Part I: From Aimless Youth to Naval Aviator and Astronaut
Born in Oklahoma into the Chickasaw tribe, John and his family moved around a lot when he was young. His father was in the Army, and then the Civil Service, working in electronics manufacturing and engineering for several years in Colorado, then Wyoming and Texas. After graduating from high school in Texas, John returned to Colorado for college, called back by the mountains he’d loved as a child. He enjoyed the outdoors sports he could afford – climbing, running, cycling – and when fortunes allowed, skiing.
Knowing he loved being outdoors and active, John started college thinking he’d become a forest ranger. “I didn’t know what a forest ranger did, except they work outside,” he says, smiling. He was introduced to rock climbing during his freshman year. Spending lots of time climbing and too little time studying, Herrington had a 1.72 grade point average and was kicked out of school after his second semester. The restaurant chain he’d been working for sent him to Texas to learn how to be a chef. “I left Colorado and it was just absolutely the most miserable time in my life,” Herrington says. “I called a friend back in Colorado who said, ‘Hey, I’ve been looking for you. I’ve got a job for you. Do you want to work as a rock climber?’”
The job – which Herrington quickly applied for and got – was on a road survey crew working on Interstate 70 in Colorado. One of the last major U.S. stretches of two-lane interstate, through Glenwood Canyon, it was to be widened to four lanes. The crew’s job was to set centerline for the new highway and measure the canyon. They performed cross-section work so they’d know where and how much canyon wall to remove, how best to fit the widened road through the canyon. They needed a climber to hang off the canyon walls. “There wasn’t any climbing involved,” Herrington admits. “Rappelling is what it was, but you still had to have the right gear and ropes, and not kill yourself. Four bucks an hour and I could ski on weekends!”
It All Begins to Make Sense and Fall into Place
Fate had more in mind for Herrington than just a cool job hanging from cliffs, for this is when and how the college dropout discovered his true calling. “The crew was triangulating distances of the canyon walls,” Herrington explains. “But if there’s a big overhang on the cliff, you can’t use usual methods. I’d rappel down to the lip of the overhang, and they’d shoot the distance to that overhang. I’d go down a little farther, the guy would swing me in and I’d grab the back of the overhang, hold there, and they’d shoot that distance to determine the size of the overhang. They could actually draw the cross-section. I asked how it worked and learned that light travels at a constant velocity. An infra-red beam of light from here to there determines the distance. They also measured the angle from the base of the cliff and they could determine the hypotenuse using trigonometry. It was mathematics on the side of a cliff. And guys got paid to do it. What I had seen in a textbook was now, ‘Oh, that’s how it works.’” Math suddenly not only made sense, but was cool, and fun.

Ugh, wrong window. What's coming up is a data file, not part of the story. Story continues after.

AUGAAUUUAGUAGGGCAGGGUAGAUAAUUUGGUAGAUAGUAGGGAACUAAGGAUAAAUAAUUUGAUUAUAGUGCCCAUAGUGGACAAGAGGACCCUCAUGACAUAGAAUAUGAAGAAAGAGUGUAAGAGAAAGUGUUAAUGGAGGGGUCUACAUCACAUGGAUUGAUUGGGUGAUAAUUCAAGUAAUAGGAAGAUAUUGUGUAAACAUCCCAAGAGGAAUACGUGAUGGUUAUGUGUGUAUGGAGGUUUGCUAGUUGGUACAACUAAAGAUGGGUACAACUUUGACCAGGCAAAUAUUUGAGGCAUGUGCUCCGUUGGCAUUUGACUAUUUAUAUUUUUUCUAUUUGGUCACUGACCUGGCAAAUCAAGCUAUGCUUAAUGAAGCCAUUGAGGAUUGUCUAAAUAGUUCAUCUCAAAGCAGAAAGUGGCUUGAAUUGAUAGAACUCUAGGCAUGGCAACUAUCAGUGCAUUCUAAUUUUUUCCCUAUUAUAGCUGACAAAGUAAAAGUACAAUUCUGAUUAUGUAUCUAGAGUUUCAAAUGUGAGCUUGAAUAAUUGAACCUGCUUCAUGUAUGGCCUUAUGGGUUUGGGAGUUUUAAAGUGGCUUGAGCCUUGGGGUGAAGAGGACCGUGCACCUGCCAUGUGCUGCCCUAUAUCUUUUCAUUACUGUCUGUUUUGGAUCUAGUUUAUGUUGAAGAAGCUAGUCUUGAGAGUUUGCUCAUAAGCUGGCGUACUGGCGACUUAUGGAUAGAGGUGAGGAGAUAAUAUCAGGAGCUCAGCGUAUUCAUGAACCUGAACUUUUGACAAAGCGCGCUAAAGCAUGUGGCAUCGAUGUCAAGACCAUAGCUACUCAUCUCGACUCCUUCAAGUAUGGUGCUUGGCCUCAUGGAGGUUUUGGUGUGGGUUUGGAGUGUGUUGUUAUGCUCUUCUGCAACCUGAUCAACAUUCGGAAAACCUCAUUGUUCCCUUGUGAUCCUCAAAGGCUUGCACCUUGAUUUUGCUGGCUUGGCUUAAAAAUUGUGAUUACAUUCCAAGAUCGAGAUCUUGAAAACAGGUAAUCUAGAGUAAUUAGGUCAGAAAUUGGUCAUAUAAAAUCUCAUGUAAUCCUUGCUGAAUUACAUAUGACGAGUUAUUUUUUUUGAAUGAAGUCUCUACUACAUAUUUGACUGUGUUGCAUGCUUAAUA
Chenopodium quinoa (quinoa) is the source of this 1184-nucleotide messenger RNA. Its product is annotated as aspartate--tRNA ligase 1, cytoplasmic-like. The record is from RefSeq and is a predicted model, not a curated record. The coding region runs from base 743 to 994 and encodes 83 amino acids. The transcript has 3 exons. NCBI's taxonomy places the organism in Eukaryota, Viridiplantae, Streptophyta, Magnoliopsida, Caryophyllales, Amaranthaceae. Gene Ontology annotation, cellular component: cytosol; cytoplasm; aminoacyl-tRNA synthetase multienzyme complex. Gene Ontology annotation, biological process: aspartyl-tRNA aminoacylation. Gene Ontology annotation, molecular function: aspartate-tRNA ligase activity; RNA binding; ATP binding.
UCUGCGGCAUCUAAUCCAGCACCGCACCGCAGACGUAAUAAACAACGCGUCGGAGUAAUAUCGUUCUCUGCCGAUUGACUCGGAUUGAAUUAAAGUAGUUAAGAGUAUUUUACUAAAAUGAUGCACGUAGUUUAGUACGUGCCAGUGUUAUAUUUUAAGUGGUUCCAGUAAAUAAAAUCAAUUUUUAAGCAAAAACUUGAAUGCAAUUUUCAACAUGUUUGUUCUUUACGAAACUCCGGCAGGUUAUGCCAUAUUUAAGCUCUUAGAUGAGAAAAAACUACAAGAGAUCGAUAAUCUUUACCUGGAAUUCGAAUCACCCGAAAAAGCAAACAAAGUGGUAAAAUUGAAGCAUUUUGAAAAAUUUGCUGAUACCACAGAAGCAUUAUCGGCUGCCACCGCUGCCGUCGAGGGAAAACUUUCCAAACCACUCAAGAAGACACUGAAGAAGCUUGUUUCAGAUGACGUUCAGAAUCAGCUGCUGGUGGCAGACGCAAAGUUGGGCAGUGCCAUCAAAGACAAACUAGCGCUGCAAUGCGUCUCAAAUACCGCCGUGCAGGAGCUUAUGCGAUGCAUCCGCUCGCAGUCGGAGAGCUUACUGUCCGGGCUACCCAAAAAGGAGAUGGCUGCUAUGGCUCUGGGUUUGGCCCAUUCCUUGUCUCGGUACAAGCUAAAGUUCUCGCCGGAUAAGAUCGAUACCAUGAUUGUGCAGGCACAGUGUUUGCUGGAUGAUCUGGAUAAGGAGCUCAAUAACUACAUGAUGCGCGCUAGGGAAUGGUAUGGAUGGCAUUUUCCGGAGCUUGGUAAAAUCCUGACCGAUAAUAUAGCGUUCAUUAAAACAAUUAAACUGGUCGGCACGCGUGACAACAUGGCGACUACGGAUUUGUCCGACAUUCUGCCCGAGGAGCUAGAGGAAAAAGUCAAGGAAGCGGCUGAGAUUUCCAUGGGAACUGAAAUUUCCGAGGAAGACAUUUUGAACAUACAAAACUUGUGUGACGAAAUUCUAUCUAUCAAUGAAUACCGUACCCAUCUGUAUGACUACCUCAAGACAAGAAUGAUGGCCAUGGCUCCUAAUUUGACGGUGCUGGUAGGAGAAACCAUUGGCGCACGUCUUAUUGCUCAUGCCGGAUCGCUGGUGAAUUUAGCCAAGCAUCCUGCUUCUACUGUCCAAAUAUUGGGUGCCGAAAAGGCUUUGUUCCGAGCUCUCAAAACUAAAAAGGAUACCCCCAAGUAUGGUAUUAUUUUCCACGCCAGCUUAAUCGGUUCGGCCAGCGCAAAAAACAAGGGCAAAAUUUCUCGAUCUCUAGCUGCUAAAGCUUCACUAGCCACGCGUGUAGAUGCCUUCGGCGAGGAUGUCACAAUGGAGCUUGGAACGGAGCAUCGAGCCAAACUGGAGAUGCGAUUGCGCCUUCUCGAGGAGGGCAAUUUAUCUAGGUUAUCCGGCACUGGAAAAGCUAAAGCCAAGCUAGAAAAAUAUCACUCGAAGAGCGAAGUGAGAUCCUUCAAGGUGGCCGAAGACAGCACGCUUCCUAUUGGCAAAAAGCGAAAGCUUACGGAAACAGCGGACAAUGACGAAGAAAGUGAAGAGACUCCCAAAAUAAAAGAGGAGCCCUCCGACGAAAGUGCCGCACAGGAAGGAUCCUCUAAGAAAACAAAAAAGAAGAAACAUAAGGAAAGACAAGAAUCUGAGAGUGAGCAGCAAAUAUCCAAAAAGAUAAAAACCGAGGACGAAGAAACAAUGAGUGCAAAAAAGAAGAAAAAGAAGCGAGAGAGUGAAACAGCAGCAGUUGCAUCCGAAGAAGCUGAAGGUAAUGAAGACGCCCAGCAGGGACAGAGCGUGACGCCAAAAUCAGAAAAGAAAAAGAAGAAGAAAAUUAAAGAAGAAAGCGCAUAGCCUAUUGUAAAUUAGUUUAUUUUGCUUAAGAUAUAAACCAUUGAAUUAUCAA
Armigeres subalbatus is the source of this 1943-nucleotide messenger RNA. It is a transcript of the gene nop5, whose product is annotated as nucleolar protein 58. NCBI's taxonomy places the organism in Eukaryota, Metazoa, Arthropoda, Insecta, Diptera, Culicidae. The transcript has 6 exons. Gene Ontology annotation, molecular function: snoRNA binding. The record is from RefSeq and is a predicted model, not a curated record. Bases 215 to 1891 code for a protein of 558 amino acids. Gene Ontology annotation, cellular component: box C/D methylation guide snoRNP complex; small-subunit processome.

The owner of the company that Herrington worked for – John Haley – convinced Herrington that he shouldn’t just be the guy hanging from the cliff, that he could become the person responsible for the entire project. But first he’d have to return to school and get a degree. “They [the college] actually let me back in, which was amazing,” says Herrington. “Now I understood the purpose behind the math. I had a great instructor who I took all my math from, college algebra and trig – I didn’t take trig in high school – all my calculus.”
Herrington worked in the math department during his senior hear. The head of the department – Jim Modeer – was a former Navy officer. He quizzed Herrington on his future plans. At that point, Herrington thought he’d go work for Digital Equipment, a local electronics firm. Modeer – clearly seeing a bigger picture, even if Herrington couldn’t – asked if Herrington would be willing to tutor a retired Navy Captain who was getting a degree in computer science and needed help with calculus. Herrington agreed. “This guy flew dive bombers in WWII and was one of the first hundred helicopter pilots in the US Navy,” Herrington says, remembering how impressed he was at the time. As often happens, the older man asked the college kid what he wanted to be when he grew up. “He said, ‘You should join the Navy and do what I did,’” Herrington recalls. “He explained what he did, and it sounded so exciting. He said, ‘Go see the movie Officer and a Gentleman; that’s what you’ll have to do.’ As a college graduate, to join the Navy you have to go to Officer Candidate’s School. To be a Naval Aviator during the 1980’s you had to go to Aviation Officer Candidate School in Pensacola, Florida. I went and saw the movie, and thought, yeah, that looks exciting. So I took the test – things like spatial awareness and mechanical aptitude – and I did well.” Herrington graduated college with a bachelor of science degree in applied mathematics, went to Officer Programs in Denver and was accepted to Navy Aviation Officer Candidate School in January 1983, officially starting in November 1983.